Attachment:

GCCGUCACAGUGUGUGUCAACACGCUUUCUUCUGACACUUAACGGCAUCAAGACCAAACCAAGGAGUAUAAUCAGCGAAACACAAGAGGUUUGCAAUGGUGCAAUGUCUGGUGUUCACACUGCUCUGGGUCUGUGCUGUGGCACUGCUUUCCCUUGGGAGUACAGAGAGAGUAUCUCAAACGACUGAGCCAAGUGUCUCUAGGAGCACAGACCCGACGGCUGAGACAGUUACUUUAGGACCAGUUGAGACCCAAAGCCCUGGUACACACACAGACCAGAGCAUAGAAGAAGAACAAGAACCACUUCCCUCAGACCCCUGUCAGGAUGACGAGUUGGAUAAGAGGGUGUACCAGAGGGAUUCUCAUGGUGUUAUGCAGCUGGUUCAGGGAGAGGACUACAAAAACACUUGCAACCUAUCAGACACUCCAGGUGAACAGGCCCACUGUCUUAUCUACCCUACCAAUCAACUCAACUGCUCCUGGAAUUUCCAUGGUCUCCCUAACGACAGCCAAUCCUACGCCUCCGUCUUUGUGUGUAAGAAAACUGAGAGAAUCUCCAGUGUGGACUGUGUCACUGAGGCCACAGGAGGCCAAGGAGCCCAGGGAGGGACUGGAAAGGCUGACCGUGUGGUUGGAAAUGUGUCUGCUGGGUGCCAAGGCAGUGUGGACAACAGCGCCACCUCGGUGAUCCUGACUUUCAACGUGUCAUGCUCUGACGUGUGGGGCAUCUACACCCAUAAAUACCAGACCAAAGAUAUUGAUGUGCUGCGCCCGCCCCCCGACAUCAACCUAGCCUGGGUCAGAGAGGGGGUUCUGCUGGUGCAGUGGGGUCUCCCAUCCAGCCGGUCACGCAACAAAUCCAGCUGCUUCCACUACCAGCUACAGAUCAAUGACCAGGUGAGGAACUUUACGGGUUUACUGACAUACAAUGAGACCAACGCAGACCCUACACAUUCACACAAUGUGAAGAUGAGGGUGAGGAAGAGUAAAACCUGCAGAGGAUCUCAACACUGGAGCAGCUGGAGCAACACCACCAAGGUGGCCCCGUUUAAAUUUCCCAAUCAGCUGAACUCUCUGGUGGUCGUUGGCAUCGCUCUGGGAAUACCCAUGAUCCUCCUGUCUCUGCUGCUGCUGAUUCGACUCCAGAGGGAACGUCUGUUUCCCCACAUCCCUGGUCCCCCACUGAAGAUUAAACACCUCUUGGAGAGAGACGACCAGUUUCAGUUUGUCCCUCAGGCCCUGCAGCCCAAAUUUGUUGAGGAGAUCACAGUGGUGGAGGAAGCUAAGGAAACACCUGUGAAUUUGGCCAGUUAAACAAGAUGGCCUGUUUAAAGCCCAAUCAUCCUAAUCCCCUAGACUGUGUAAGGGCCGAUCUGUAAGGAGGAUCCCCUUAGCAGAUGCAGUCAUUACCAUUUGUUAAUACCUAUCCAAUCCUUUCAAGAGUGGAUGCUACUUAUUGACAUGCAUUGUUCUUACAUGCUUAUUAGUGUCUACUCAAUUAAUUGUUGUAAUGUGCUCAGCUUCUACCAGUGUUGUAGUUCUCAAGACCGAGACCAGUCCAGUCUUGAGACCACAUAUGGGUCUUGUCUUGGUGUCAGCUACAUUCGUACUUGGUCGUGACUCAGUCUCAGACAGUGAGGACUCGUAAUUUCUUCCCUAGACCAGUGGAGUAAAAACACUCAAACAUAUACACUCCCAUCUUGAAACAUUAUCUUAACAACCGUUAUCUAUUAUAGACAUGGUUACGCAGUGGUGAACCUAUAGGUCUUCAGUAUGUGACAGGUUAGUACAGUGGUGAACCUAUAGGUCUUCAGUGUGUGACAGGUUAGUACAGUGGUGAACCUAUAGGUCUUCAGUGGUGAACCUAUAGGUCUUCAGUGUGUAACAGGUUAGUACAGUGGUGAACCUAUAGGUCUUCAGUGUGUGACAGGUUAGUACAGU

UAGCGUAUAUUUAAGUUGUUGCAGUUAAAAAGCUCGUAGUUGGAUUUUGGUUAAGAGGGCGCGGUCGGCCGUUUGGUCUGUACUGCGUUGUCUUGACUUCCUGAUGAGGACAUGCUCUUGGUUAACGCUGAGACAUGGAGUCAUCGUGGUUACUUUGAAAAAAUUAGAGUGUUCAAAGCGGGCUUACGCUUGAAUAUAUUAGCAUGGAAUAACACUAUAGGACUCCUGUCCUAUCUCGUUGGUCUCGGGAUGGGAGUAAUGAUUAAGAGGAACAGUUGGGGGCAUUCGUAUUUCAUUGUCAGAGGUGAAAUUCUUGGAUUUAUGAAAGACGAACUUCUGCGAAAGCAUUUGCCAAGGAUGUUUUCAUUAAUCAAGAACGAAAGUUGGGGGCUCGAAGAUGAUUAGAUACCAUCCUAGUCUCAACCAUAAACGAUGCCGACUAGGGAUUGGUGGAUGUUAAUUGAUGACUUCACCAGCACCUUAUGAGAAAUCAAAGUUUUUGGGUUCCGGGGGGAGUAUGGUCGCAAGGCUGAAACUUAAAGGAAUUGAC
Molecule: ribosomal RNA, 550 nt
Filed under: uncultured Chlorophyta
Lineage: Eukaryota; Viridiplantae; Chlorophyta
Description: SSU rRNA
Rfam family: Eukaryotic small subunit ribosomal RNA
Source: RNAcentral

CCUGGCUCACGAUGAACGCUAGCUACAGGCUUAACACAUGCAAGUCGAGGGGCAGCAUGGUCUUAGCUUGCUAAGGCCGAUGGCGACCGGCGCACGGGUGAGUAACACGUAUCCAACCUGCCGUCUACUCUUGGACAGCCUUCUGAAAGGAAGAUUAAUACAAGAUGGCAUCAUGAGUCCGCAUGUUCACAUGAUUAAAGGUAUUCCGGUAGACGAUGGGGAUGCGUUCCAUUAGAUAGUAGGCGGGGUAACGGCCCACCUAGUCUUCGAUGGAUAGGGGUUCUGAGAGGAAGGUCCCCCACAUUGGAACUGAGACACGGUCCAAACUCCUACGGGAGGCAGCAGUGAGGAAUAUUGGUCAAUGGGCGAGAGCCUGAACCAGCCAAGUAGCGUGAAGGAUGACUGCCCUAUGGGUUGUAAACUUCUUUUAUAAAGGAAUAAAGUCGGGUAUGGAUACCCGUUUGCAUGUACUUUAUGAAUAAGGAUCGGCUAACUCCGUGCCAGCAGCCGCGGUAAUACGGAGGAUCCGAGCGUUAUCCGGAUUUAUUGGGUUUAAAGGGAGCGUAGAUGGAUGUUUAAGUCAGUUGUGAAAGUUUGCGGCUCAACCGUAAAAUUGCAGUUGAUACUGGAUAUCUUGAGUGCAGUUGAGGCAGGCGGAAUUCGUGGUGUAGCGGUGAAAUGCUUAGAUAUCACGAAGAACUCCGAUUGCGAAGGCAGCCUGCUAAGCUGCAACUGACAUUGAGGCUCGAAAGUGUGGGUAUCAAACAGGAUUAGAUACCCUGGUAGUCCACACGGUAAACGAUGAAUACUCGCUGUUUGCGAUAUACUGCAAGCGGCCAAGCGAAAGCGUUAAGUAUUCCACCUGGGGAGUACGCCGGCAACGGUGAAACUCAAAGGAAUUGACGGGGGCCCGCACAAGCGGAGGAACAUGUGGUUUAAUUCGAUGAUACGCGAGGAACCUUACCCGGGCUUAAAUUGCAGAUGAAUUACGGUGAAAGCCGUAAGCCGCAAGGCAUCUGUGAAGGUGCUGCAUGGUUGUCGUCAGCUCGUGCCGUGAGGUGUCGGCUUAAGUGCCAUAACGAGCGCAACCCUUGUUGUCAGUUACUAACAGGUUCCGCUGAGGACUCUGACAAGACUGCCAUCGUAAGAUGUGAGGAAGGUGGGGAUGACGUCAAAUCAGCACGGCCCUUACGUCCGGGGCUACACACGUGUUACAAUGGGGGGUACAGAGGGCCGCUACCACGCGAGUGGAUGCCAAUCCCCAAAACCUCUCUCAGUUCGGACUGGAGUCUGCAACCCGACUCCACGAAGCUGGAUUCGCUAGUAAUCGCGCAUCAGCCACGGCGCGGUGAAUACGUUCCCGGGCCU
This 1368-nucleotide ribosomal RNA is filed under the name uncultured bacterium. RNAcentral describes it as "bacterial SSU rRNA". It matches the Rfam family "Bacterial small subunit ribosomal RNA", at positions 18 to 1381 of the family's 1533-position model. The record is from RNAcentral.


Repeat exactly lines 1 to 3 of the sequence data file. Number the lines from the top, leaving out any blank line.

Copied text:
GCCGUCACAGUGUGUGUCAACACGCUUUCUUCUGACACUUAACGGCAUCAAGACCAAACCAAGGAGUAUAAUCAGCGAAACACAAGAGGUUUGCAAUGGUGCAAUGUCUGGUGUUCACACUGCUCUGGGUCUGUGCUGUGGCACUGCUUUCCCUUGGGAGUACAGAGAGAGUAUCUCAAACGACUGAGCCAAGUGUCUCUAGGAGCACAGACCCGACGGCUGAGACAGUUACUUUAGGACCAGUUGAGACCCAAAGCCCUGGUACACACACAGACCAGAGCAUAGAAGAAGAACAAGAACCACUUCCCUCAGACCCCUGUCAGGAUGACGAGUUGGAUAAGAGGGUGUACCAGAGGGAUUCUCAUGGUGUUAUGCAGCUGGUUCAGGGAGAGGACUACAAAAACACUUGCAACCUAUCAGACACUCCAGGUGAACAGGCCCACUGUCUUAUCUACCCUACCAAUCAACUCAACUGCUCCUGGAAUUUCCAUGGUCUCCCUAACGACAGCCAAUCCUACGCCUCCGUCUUUGUGUGUAAGAAAACUGAGAGAAUCUCCAGUGUGGACUGUGUCACUGAGGCCACAGGAGGCCAAGGAGCCCAGGGAGGGACUGGAAAGGCUGACCGUGUGGUUGGAAAUGUGUCUGCUGGGUGCCAAGGCAGUGUGGACAACAGCGCCACCUCGGUGAUCCUGACUUUCAACGUGUCAUGCUCUGACGUGUGGGGCAUCUACACCCAUAAAUACCAGACCAAAGAUAUUGAUGUGCUGCGCCCGCCCCCCGACAUCAACCUAGCCUGGGUCAGAGAGGGGGUUCUGCUGGUGCAGUGGGGUCUCCCAUCCAGCCGGUCACGCAACAAAUCCAGCUGCUUCCACUACCAGCUACAGAUCAAUGACCAGGUGAGGAACUUUACGGGUUUACUGACAUACAAUGAGACCAACGCAGACCCUACACAUUCACACAAUGUGAAGAUGAGGGUGAGGAAGAGUAAAACCUGCAGAGGAUCUCAACACUGGAGCAGCUGGAGCAACACCACCAAGGUGGCCCCGUUUAAAUUUCCCAAUCAGCUGAACUCUCUGGUGGUCGUUGGCAUCGCUCUGGGAAUACCCAUGAUCCUCCUGUCUCUGCUGCUGCUGAUUCGACUCCAGAGGGAACGUCUGUUUCCCCACAUCCCUGGUCCCCCACUGAAGAUUAAACACCUCUUGGAGAGAGACGACCAGUUUCAGUUUGUCCCUCAGGCCCUGCAGCCCAAAUUUGUUGAGGAGAUCACAGUGGUGGAGGAAGCUAAGGAAACACCUGUGAAUUUGGCCAGUUAAACAAGAUGGCCUGUUUAAAGCCCAAUCAUCCUAAUCCCCUAGACUGUGUAAGGGCCGAUCUGUAAGGAGGAUCCCCUUAGCAGAUGCAGUCAUUACCAUUUGUUAAUACCUAUCCAAUCCUUUCAAGAGUGGAUGCUACUUAUUGACAUGCAUUGUUCUUACAUGCUUAUUAGUGUCUACUCAAUUAAUUGUUGUAAUGUGCUCAGCUUCUACCAGUGUUGUAGUUCUCAAGACCGAGACCAGUCCAGUCUUGAGACCACAUAUGGGUCUUGUCUUGGUGUCAGCUACAUUCGUACUUGGUCGUGACUCAGUCUCAGACAGUGAGGACUCGUAAUUUCUUCCCUAGACCAGUGGAGUAAAAACACUCAAACAUAUACACUCCCAUCUUGAAACAUUAUCUUAACAACCGUUAUCUAUUAUAGACAUGGUUACGCAGUGGUGAACCUAUAGGUCUUCAGUAUGUGACAGGUUAGUACAGUGGUGAACCUAUAGGUCUUCAGUGUGUGACAGGUUAGUACAGUGGUGAACCUAUAGGUCUUCAGUGGUGAACCUAUAGGUCUUCAGUGUGUAACAGGUUAGUACAGUGGUGAACCUAUAGGUCUUCAGUGUGUGACAGGUUAGUACAGU

UAGCGUAUAUUUAAGUUGUUGCAGUUAAAAAGCUCGUAGUUGGAUUUUGGUUAAGAGGGCGCGGUCGGCCGUUUGGUCUGUACUGCGUUGUCUUGACUUCCUGAUGAGGACAUGCUCUUGGUUAACGCUGAGACAUGGAGUCAUCGUGGUUACUUUGAAAAAAUUAGAGUGUUCAAAGCGGGCUUACGCUUGAAUAUAUUAGCAUGGAAUAACACUAUAGGACUCCUGUCCUAUCUCGUUGGUCUCGGGAUGGGAGUAAUGAUUAAGAGGAACAGUUGGGGGCAUUCGUAUUUCAUUGUCAGAGGUGAAAUUCUUGGAUUUAUGAAAGACGAACUUCUGCGAAAGCAUUUGCCAAGGAUGUUUUCAUUAAUCAAGAACGAAAGUUGGGGGCUCGAAGAUGAUUAGAUACCAUCCUAGUCUCAACCAUAAACGAUGCCGACUAGGGAUUGGUGGAUGUUAAUUGAUGACUUCACCAGCACCUUAUGAGAAAUCAAAGUUUUUGGGUUCCGGGGGGAGUAUGGUCGCAAGGCUGAAACUUAAAGGAAUUGAC
Molecule: ribosomal RNA, 550 nt